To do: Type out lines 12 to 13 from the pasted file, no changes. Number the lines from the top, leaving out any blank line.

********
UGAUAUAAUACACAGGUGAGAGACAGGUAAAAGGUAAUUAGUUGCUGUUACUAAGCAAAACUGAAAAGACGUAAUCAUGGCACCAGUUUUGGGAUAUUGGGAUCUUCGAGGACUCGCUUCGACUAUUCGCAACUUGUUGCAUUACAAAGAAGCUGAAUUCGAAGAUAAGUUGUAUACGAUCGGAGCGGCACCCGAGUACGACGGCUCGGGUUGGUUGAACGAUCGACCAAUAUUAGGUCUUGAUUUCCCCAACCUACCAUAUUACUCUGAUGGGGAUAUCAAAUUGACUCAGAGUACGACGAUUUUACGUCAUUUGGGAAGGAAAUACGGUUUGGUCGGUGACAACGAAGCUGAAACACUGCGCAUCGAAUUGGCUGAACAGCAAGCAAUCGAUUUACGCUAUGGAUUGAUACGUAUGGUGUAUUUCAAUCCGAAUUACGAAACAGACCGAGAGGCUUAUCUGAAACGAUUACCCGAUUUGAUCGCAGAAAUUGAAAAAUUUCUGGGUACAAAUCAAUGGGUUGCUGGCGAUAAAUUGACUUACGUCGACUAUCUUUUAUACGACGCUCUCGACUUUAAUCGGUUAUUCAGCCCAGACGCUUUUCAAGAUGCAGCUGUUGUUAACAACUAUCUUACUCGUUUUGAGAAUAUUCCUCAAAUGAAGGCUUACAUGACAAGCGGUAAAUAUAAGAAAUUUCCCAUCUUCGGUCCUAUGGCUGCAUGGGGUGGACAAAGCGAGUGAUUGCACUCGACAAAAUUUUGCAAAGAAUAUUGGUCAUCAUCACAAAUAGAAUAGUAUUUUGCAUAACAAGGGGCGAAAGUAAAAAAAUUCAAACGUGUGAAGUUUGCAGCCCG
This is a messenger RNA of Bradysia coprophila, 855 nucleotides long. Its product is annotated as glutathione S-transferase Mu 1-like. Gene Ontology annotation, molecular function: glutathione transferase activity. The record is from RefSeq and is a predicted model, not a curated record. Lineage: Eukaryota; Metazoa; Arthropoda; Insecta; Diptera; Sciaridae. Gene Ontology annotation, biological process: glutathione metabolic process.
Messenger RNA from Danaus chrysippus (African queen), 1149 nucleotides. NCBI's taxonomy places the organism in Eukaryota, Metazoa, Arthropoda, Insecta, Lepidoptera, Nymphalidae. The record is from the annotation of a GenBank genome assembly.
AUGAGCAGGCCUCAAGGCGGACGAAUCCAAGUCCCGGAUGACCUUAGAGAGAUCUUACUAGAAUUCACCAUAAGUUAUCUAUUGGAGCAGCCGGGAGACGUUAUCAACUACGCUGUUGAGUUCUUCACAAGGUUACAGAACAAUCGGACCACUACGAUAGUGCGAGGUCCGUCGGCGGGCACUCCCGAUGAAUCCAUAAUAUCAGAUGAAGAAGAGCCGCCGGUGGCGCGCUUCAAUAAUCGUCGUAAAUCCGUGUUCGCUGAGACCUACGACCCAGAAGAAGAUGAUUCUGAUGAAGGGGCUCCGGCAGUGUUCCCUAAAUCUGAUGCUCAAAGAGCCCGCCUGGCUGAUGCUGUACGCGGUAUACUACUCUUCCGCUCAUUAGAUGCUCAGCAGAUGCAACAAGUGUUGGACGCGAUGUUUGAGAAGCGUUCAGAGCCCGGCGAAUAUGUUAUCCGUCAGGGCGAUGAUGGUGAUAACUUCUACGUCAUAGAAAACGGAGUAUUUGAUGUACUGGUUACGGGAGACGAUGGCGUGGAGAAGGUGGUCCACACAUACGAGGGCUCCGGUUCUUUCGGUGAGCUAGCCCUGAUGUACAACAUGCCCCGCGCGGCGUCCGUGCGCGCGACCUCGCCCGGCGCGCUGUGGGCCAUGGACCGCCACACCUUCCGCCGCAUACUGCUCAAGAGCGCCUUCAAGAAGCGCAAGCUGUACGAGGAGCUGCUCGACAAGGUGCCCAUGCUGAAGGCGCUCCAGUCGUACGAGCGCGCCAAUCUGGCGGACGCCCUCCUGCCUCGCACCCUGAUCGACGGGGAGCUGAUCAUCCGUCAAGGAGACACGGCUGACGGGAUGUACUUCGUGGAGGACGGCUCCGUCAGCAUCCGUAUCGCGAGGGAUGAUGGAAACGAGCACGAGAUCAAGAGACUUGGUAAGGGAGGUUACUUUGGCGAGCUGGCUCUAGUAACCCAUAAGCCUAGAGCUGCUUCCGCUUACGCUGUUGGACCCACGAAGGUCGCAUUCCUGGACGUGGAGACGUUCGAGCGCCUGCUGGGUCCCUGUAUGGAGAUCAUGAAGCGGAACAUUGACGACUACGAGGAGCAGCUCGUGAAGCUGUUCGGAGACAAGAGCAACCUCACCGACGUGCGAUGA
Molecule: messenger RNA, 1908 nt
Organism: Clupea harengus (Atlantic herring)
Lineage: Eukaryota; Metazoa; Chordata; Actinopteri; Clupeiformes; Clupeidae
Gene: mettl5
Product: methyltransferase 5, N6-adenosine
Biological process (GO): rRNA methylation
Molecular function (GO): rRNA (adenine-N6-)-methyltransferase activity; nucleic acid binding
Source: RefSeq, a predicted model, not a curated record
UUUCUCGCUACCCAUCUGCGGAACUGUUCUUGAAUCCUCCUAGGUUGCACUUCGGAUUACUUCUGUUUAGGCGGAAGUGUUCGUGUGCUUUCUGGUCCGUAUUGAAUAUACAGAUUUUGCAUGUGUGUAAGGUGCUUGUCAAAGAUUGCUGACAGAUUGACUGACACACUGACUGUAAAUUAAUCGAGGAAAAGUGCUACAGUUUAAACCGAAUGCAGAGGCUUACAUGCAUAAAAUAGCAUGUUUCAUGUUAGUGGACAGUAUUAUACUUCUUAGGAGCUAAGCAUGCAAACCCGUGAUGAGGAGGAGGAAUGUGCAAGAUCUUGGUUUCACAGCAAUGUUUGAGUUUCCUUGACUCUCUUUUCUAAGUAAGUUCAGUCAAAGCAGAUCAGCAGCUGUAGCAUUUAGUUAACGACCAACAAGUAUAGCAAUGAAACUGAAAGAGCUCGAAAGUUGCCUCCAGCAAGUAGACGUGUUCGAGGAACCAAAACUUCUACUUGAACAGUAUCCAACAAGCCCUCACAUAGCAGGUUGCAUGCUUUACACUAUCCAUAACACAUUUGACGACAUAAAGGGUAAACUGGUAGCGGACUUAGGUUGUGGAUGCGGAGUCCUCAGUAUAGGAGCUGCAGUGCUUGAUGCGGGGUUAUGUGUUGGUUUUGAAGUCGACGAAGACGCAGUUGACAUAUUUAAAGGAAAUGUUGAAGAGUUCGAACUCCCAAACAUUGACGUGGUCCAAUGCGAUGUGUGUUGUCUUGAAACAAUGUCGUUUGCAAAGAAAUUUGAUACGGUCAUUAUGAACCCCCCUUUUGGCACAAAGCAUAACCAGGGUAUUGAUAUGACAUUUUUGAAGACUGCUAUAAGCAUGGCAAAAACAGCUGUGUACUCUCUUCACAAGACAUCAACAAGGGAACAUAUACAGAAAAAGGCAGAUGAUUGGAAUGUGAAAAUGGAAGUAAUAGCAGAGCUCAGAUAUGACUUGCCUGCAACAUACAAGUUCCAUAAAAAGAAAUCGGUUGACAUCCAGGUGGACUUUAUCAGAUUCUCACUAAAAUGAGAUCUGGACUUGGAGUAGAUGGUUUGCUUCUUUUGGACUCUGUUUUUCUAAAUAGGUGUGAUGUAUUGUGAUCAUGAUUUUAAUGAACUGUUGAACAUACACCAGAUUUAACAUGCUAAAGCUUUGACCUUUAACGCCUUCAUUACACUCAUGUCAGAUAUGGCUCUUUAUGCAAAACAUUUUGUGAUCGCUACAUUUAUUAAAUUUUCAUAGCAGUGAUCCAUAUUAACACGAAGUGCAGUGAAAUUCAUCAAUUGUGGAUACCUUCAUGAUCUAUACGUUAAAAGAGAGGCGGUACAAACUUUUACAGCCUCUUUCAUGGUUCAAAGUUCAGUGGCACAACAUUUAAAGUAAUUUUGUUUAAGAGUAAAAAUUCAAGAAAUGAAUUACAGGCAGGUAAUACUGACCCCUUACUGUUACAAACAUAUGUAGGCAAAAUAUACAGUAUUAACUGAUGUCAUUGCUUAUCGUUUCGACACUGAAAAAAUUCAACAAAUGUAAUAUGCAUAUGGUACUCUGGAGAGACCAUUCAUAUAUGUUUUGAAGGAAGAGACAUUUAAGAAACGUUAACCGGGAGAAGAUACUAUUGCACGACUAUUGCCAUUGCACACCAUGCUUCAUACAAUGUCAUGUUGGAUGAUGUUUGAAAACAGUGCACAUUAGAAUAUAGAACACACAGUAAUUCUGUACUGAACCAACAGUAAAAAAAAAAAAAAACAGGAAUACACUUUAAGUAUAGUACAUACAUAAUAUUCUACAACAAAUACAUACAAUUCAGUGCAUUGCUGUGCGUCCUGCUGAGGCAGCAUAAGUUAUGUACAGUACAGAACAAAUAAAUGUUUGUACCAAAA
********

Source: RefSeq, a predicted model, not a curated record
UUUCUCGCUACCCAUCUGCGGAACUGUUCUUGAAUCCUCCUAGGUUGCACUUCGGAUUACUUCUGUUUAGGCGGAAGUGUUCGUGUGCUUUCUGGUCCGUAUUGAAUAUACAGAUUUUGCAUGUGUGUAAGGUGCUUGUCAAAGAUUGCUGACAGAUUGACUGACACACUGACUGUAAAUUAAUCGAGGAAAAGUGCUACAGUUUAAACCGAAUGCAGAGGCUUACAUGCAUAAAAUAGCAUGUUUCAUGUUAGUGGACAGUAUUAUACUUCUUAGGAGCUAAGCAUGCAAACCCGUGAUGAGGAGGAGGAAUGUGCAAGAUCUUGGUUUCACAGCAAUGUUUGAGUUUCCUUGACUCUCUUUUCUAAGUAAGUUCAGUCAAAGCAGAUCAGCAGCUGUAGCAUUUAGUUAACGACCAACAAGUAUAGCAAUGAAACUGAAAGAGCUCGAAAGUUGCCUCCAGCAAGUAGACGUGUUCGAGGAACCAAAACUUCUACUUGAACAGUAUCCAACAAGCCCUCACAUAGCAGGUUGCAUGCUUUACACUAUCCAUAACACAUUUGACGACAUAAAGGGUAAACUGGUAGCGGACUUAGGUUGUGGAUGCGGAGUCCUCAGUAUAGGAGCUGCAGUGCUUGAUGCGGGGUUAUGUGUUGGUUUUGAAGUCGACGAAGACGCAGUUGACAUAUUUAAAGGAAAUGUUGAAGAGUUCGAACUCCCAAACAUUGACGUGGUCCAAUGCGAUGUGUGUUGUCUUGAAACAAUGUCGUUUGCAAAGAAAUUUGAUACGGUCAUUAUGAACCCCCCUUUUGGCACAAAGCAUAACCAGGGUAUUGAUAUGACAUUUUUGAAGACUGCUAUAAGCAUGGCAAAAACAGCUGUGUACUCUCUUCACAAGACAUCAACAAGGGAACAUAUACAGAAAAAGGCAGAUGAUUGGAAUGUGAAAAUGGAAGUAAUAGCAGAGCUCAGAUAUGACUUGCCUGCAACAUACAAGUUCCAUAAAAAGAAAUCGGUUGACAUCCAGGUGGACUUUAUCAGAUUCUCACUAAAAUGAGAUCUGGACUUGGAGUAGAUGGUUUGCUUCUUUUGGACUCUGUUUUUCUAAAUAGGUGUGAUGUAUUGUGAUCAUGAUUUUAAUGAACUGUUGAACAUACACCAGAUUUAACAUGCUAAAGCUUUGACCUUUAACGCCUUCAUUACACUCAUGUCAGAUAUGGCUCUUUAUGCAAAACAUUUUGUGAUCGCUACAUUUAUUAAAUUUUCAUAGCAGUGAUCCAUAUUAACACGAAGUGCAGUGAAAUUCAUCAAUUGUGGAUACCUUCAUGAUCUAUACGUUAAAAGAGAGGCGGUACAAACUUUUACAGCCUCUUUCAUGGUUCAAAGUUCAGUGGCACAACAUUUAAAGUAAUUUUGUUUAAGAGUAAAAAUUCAAGAAAUGAAUUACAGGCAGGUAAUACUGACCCCUUACUGUUACAAACAUAUGUAGGCAAAAUAUACAGUAUUAACUGAUGUCAUUGCUUAUCGUUUCGACACUGAAAAAAUUCAACAAAUGUAAUAUGCAUAUGGUACUCUGGAGAGACCAUUCAUAUAUGUUUUGAAGGAAGAGACAUUUAAGAAACGUUAACCGGGAGAAGAUACUAUUGCACGACUAUUGCCAUUGCACACCAUGCUUCAUACAAUGUCAUGUUGGAUGAUGUUUGAAAACAGUGCACAUUAGAAUAUAGAACACACAGUAAUUCUGUACUGAACCAACAGUAAAAAAAAAAAAAAACAGGAAUACACUUUAAGUAUAGUACAUACAUAAUAUUCUACAACAAAUACAUACAAUUCAGUGCAUUGCUGUGCGUCCUGCUGAGGCAGCAUAAGUUAUGUACAGUACAGAACAAAUAAAUGUUUGUACCAAAA